All Optical Digital to Analog Converter

Using a silicon photonic chip platform, Volker J. Sorger and other researchers at the George Washington University and University of California, Los Angeles, have created an all optical digital-to-analog converter. It does not require the signal to be converted in the electrical domain. It can have higher data-processing capabilities while acting on optical data, interfacing to digital systems, and performing in a compact footprint, with both short signal delay and low power consumption.

The new converters can advance next-generation data processing hardware with high relevance for data centers, 6G networks, artificial intelligence and more.

Advanced Photonics Research – Electronic Bottleneck Suppression in Next-Generation Networks with Integrated Photonic Digital-to-Analog Converters

Digital-to-analog converters (DAC) are indispensable functional units in signal processing instrumentation and wide-band telecommunication links for both civil and military applications. As photonic systems are capable of high data throughput and low latency, an increasingly found system limitation stems from the required domain crossing such as digital to analog and electronic to optical. A photonic DAC implementation, in contrast, enables a seamless signal conversion with respect to both energy efficiency and short signal delay, often requiring bulky discrete optical components and electric–optic transformation, hence introducing inefficiencies. Herein, a novel coherent parallel photonic DAC concept along with a 4-bi t experimental prototype capable of performing this DAC without optic–electric–optic domain crossing is introduced. This new paradigm guarantees a linear intensity weighting among bits when operating at high sampling rates (50 GHz), featuring an exceptional sampling efficiency (over 100 GS per joule) and small footprint (0.1 square millimeters) in an 8-bit implementation. Importantly, this photonicDAC enables seamless interfaces of next-generation data processing hardware with high relevance in data centers, task-specific compute accelerators such as neuromorphic engines, and network edge processing applications.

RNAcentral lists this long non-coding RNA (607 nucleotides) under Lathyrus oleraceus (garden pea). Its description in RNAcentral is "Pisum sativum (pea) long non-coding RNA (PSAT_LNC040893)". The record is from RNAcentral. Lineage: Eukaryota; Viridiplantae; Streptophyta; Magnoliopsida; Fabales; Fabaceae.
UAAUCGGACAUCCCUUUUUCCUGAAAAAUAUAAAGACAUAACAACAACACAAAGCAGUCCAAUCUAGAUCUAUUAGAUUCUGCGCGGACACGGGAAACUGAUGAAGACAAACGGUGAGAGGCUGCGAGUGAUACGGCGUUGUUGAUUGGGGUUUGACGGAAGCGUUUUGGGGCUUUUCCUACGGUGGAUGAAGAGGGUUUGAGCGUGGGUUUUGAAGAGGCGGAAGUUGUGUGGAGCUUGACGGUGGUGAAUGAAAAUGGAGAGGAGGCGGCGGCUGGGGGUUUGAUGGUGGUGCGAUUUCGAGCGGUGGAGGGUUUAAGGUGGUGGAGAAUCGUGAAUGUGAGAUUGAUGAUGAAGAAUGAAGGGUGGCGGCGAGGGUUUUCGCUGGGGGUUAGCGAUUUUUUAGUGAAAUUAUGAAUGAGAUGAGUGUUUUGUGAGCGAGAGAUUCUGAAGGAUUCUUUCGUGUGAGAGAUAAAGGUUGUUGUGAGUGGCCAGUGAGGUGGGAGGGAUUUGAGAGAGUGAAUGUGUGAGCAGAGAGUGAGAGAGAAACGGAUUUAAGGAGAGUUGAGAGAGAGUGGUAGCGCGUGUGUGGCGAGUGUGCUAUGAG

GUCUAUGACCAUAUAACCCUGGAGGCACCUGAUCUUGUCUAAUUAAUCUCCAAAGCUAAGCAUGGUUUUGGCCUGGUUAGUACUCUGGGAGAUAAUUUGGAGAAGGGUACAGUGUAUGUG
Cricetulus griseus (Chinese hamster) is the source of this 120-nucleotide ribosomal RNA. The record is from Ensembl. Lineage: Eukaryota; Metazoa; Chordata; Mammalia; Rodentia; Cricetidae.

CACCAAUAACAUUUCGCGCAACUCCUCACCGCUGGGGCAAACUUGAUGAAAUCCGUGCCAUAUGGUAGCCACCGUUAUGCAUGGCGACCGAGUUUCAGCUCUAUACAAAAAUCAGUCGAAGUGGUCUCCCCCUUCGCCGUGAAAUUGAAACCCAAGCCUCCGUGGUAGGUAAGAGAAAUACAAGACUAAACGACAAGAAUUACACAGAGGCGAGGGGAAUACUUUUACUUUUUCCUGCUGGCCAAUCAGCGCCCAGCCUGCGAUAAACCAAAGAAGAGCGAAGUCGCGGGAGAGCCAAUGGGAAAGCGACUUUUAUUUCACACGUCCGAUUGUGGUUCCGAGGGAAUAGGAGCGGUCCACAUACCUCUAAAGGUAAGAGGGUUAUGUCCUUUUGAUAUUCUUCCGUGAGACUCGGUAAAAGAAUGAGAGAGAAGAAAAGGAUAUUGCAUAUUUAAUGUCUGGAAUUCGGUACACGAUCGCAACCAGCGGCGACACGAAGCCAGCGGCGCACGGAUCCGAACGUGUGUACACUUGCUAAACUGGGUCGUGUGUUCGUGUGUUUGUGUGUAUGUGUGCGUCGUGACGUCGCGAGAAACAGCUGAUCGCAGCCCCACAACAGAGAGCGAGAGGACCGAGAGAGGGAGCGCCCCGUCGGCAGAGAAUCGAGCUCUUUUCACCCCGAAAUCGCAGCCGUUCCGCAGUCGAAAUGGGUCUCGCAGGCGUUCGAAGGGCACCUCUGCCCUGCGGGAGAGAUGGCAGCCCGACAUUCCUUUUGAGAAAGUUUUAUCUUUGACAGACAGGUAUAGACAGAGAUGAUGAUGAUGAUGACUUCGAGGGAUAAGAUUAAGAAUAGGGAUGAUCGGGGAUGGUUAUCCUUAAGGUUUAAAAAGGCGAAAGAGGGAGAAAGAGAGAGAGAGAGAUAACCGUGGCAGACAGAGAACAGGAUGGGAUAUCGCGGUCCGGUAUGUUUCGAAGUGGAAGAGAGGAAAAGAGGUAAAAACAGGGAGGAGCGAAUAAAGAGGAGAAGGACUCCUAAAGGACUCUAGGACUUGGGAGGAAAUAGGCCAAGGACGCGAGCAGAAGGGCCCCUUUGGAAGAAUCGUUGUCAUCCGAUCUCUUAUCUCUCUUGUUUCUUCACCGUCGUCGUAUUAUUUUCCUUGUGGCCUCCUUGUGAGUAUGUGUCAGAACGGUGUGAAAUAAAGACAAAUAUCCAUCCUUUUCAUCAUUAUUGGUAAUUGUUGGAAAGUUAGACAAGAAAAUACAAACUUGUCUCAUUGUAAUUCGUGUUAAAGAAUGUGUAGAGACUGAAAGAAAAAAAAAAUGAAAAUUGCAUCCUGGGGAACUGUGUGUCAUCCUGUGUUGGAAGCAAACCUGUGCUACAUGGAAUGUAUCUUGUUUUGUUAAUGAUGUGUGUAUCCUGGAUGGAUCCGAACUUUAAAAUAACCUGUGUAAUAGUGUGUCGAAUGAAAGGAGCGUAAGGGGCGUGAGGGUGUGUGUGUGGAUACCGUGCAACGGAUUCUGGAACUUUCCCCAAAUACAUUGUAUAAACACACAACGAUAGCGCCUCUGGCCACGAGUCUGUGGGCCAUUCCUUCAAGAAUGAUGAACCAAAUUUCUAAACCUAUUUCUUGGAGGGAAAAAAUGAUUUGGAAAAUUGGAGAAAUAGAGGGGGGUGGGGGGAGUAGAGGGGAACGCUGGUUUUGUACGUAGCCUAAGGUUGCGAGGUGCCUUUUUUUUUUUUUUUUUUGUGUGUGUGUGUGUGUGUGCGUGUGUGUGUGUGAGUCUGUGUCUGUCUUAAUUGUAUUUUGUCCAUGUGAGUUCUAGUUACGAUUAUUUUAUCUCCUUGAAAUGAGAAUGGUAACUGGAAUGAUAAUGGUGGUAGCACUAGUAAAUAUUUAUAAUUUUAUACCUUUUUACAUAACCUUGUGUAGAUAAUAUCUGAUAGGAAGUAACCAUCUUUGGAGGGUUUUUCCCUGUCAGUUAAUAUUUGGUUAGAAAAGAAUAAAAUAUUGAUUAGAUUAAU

SOURCES- George Washington University, Advanced Photonics Research
Written By Brian Wang,